July 31, 1997

The Censor Police

RATINGS TODAY, CENSORSHIP TOMORROW

The Net industry is rushing to embrace ratings systems for the Web. The technology will help parents keep their kids away from porn. It can also help anyone censor anything.

The following article appeared on Salon.com on July 31, 1997.

BY JOSEPH D. LASICA

Afew years from now, when we look back at what crippled the Internet as a global forum for the free exchange of information, at least we’ll know it was done with the best of intentions.

Who, after all, could oppose Internet ratings if they create a “family-friendly” online world?

And so, to make the Net safer for kids and to avert government regulation, the Internet brain trust has banded together to push rating, filtering and labeling technology — a private-sector techno-fix to cleaning up the Net. President Clinton has signed on and has used his bully pulpit to jawbone companies that were wavering on the issue. And the news media have covered the president’s initiative with the gusto of a pep rally.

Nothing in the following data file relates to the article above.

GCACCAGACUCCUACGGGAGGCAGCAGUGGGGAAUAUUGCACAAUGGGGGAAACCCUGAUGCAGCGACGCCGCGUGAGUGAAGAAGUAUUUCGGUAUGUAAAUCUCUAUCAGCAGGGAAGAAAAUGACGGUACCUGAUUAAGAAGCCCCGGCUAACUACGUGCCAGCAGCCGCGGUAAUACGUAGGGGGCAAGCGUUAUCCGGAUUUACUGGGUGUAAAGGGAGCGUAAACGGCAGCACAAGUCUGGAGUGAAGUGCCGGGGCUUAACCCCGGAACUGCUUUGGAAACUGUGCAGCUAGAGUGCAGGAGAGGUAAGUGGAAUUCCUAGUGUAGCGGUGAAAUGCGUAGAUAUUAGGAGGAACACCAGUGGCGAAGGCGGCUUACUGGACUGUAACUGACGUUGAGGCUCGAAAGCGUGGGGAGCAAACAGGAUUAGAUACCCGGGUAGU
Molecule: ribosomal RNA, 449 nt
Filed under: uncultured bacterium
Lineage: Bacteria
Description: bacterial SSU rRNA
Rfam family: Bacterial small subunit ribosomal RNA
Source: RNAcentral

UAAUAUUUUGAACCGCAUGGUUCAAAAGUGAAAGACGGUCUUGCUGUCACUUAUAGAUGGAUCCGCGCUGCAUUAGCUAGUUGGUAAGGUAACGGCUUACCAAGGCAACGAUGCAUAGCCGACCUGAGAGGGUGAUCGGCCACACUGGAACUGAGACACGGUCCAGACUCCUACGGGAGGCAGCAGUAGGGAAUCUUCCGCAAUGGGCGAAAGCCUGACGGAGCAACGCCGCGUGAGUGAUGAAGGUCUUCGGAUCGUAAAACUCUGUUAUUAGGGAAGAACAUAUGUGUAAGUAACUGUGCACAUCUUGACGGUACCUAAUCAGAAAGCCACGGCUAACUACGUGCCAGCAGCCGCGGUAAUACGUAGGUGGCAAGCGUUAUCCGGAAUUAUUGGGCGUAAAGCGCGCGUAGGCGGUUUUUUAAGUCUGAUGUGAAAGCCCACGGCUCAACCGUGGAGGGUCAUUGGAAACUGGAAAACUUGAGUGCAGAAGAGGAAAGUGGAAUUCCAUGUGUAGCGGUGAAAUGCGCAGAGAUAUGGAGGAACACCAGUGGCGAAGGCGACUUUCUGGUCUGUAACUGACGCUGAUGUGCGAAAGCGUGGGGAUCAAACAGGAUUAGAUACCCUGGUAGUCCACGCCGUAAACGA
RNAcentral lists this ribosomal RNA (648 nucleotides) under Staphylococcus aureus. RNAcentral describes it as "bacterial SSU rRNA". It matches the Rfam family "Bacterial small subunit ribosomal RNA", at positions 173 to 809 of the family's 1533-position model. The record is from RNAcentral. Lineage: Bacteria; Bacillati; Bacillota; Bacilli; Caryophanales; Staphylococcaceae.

With all this firepower behind them, ratings are coming to a Web site near you — in fact, to all Web sites, if proponents have their way. And a panoply of would-be censors — from foreign despots to home-grown zealots and pandering politicians — couldn’t be happier.

“What’s happening now is a move toward the privatizing of censorship,” says David Sobel, legal counsel for the Electronic Privacy Information Center (EPIC). “It’s likely to destroy the Internet as it’s existed up till now.”

There are a great many ironies here, but the greatest irony is that the censorship will be self-imposed — we’re doing it for the sake of family, parents, children. In truth, Internet ratings are being driven by the changing business interests of the major players involved.

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